Seventeen-year-old Cassie Bernall became one of the most widely known of the victims of the April 20 shooting in Littleton, Colo., because of her commitment to God -- even in the face of death. One of the gunmen reportedly asked her, "Do you believe in God." She replied, ''Yes, I believe in God,'' in a strong voice. The gunman then mockingly asked, "Why?" just before he shot her.
    The Bernalls spoke of their own struggles in raising their children, including dealing with Cassie when she began experimenting with drugs, alcohol and even witchcraft before she made a life-changing commitment to Jesus Christ.
    Their home continues to be a "lighthouse" for Christ, Brad Bernall said. "We have scores of kids coming in and out all the time. We know the people in our neighborhood ... and I think that through all of this they know that we have something real and valuable."
    Reccord also called attention to the importance of ethnic congregations in the task of reaching the cities -- a priority of NAMB, particularly under the Strategic Focus Cities initiative for focusing massive Southern Baptist resources on reaching two major cities each year. Messengers were asked to pray for the presidents of the 25 ethnic fellowships.
    After a video highlighting the urgency of reaching the cities, students and Canada with the gospel, Reccord transitioned from the mandate for evangelism to the need for planting new churches.
    Taylor Anderson, a Southern Baptist layperson, shared her dramatic testimony of finding Christ after a life of sin and immorality. She also shared of her struggles in finding a strong church in the Midwest, a "pioneer" area for Southern Baptists.
    She and Reccord challenged Southern Baptists to consider how they could be a part of starting new churches, whether nearby or in an area where needs for experienced leaders are especially great.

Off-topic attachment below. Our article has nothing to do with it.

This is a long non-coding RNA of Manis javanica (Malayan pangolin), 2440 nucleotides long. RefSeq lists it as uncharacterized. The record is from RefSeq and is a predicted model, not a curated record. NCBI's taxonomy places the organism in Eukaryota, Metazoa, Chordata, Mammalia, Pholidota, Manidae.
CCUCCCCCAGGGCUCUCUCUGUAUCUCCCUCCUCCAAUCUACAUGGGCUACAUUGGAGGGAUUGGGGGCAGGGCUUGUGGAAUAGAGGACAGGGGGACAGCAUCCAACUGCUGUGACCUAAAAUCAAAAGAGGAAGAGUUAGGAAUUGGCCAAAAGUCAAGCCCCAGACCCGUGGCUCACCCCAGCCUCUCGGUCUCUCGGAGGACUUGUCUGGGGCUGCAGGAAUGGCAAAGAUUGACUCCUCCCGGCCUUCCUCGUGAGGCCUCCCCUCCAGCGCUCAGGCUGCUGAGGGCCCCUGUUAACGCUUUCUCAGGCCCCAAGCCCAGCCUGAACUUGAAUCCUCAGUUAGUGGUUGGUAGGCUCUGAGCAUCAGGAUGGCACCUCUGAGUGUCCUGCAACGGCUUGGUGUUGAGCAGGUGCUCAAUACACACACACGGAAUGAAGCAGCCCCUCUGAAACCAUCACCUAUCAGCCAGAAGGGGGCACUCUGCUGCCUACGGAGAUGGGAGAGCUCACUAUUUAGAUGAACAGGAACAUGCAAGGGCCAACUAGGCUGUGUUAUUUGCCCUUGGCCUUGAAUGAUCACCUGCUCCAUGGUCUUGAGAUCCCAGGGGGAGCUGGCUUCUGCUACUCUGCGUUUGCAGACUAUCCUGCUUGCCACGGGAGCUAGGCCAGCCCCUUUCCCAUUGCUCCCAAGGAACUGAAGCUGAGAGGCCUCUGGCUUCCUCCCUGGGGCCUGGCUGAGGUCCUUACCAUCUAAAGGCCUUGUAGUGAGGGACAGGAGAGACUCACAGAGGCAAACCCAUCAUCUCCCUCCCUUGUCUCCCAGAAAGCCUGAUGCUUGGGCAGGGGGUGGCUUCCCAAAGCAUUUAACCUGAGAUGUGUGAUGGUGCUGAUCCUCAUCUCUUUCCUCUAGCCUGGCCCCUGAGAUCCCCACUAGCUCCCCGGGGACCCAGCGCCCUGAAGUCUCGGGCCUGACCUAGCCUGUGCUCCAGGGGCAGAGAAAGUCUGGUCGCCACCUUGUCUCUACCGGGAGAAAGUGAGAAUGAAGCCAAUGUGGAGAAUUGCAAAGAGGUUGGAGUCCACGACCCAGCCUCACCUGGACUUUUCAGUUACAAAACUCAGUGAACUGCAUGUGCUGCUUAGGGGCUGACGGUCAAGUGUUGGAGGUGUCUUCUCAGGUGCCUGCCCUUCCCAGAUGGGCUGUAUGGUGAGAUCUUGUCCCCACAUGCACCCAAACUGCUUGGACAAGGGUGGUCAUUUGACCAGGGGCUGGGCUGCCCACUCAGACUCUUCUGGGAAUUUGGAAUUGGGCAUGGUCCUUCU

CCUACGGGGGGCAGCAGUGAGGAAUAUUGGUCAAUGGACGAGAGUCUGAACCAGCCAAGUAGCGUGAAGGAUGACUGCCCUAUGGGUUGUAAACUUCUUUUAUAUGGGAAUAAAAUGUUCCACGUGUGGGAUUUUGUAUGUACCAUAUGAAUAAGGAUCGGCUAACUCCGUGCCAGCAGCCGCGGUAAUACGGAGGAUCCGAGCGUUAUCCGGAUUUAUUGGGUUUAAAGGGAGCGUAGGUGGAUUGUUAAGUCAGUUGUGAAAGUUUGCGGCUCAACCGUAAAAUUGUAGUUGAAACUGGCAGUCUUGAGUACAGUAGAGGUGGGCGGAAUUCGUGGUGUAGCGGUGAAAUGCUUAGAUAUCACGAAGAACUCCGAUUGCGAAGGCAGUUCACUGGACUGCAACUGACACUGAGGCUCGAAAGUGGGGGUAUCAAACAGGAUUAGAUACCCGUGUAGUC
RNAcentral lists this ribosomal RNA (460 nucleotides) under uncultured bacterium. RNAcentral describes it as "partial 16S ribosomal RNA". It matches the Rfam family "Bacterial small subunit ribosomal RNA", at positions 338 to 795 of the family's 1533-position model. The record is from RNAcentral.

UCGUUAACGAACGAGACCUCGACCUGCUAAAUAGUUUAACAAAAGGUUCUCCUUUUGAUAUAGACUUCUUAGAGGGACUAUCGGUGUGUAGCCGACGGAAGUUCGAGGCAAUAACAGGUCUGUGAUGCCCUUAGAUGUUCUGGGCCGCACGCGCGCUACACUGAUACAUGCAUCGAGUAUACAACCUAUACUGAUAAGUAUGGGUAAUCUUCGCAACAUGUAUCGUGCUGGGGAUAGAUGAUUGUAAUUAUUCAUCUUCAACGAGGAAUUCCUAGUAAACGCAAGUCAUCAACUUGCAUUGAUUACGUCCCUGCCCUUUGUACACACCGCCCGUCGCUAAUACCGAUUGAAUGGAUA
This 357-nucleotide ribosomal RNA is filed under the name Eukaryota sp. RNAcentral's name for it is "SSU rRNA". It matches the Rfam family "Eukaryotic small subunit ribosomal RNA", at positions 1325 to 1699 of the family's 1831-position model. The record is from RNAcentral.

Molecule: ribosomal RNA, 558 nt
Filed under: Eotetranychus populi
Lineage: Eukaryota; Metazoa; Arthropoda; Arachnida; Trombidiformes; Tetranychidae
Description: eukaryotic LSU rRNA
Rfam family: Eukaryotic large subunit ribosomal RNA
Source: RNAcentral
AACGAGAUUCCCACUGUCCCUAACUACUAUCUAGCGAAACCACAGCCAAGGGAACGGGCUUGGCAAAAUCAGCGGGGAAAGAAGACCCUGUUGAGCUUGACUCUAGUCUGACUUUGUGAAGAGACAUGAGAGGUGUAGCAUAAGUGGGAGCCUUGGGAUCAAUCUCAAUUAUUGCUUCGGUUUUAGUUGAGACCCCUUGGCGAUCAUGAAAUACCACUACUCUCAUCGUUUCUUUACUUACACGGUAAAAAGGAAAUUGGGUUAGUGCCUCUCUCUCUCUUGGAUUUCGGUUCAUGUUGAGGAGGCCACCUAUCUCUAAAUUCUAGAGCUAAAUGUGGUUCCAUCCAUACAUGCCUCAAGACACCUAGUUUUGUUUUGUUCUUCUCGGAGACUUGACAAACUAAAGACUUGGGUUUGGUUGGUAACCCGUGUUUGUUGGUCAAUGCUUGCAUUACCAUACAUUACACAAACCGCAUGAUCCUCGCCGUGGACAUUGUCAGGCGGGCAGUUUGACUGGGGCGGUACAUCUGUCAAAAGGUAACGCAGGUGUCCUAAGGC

"It's taken me at least 15 churches to find the church home that I am attending now," she said. "We need you to take the initiative to step out of your comfort zone and help build healthy vibrant churches, where the saved and unsaved alike can come and drink deeply from the waters of Christ."
    Before the NAMB presentation, Reccord also presented the formal report of the North American Mission Board which highlighted a few of the initiatives currently under way, including announcements:
    -- of Seattle and Philadelphia as Strategic Focus Cities for 2002. Chicago and Phoenix are the cities targeted for the effort in 2000, while Las Vegas and Boston have been selected for 2001.
    -- that 24 of Southern Baptists' largest mega-church pastors have committed their churches to sponsoring a new "flagship" congregation in one of the nation's largest cities.
    -- That NAMB recently was awarded a license under a Federal Communications Committee lottery for a low-power television station in San Diego, Calif. This would be the only Christian television station in the area. NAMB provides television programming through its FamilyNet network as well as other projects of its Fort Worth, Texas,-based Broadcast Communications Group.